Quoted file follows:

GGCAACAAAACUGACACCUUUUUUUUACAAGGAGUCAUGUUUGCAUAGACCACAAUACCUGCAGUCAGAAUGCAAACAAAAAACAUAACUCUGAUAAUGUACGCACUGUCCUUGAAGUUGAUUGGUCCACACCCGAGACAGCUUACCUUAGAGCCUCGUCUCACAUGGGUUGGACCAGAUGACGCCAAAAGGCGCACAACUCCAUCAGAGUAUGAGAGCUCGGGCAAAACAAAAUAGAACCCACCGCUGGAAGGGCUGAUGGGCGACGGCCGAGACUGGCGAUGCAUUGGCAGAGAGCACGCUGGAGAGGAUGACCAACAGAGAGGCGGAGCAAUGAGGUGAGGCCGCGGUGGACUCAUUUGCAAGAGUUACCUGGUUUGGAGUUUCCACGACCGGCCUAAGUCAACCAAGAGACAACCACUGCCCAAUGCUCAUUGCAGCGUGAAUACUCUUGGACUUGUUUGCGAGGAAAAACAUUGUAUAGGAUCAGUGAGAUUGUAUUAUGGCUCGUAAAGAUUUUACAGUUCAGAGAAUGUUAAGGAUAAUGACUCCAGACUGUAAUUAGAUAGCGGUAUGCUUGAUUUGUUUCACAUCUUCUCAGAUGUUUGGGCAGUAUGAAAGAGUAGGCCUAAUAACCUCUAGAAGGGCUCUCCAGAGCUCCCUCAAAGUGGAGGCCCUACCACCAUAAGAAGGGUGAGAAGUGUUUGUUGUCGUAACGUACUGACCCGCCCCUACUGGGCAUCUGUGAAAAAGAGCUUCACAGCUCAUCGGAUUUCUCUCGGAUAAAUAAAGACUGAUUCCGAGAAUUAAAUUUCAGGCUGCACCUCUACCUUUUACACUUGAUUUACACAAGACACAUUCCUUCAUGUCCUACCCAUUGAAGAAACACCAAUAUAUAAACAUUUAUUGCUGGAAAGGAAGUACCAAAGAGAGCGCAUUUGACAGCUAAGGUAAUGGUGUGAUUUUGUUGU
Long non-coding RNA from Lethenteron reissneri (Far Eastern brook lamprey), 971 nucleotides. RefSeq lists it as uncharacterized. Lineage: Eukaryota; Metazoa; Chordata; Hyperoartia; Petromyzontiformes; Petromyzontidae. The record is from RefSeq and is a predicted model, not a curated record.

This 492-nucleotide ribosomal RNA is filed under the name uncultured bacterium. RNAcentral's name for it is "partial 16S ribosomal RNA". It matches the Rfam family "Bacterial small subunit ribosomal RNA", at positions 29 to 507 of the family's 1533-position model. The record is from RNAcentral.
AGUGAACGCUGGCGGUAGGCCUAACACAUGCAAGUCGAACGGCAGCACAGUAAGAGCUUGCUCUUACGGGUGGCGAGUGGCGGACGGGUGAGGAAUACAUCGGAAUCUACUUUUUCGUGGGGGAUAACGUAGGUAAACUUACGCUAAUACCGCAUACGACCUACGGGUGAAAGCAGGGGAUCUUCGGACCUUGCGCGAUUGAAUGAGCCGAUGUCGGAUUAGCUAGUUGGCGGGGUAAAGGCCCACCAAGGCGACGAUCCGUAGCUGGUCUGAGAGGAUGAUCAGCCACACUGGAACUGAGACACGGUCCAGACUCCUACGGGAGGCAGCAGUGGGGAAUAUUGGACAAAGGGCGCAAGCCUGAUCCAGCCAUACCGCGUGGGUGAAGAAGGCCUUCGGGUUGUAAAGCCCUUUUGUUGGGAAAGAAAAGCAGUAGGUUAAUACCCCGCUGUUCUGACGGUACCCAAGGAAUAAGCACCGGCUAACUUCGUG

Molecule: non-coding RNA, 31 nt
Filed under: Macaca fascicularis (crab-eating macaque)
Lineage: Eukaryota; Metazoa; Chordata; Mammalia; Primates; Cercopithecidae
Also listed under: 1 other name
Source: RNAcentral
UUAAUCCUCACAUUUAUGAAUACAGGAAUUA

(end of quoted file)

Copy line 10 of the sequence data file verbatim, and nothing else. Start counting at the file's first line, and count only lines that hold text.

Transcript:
UUAAUCCUCACAUUUAUGAAUACAGGAAUUA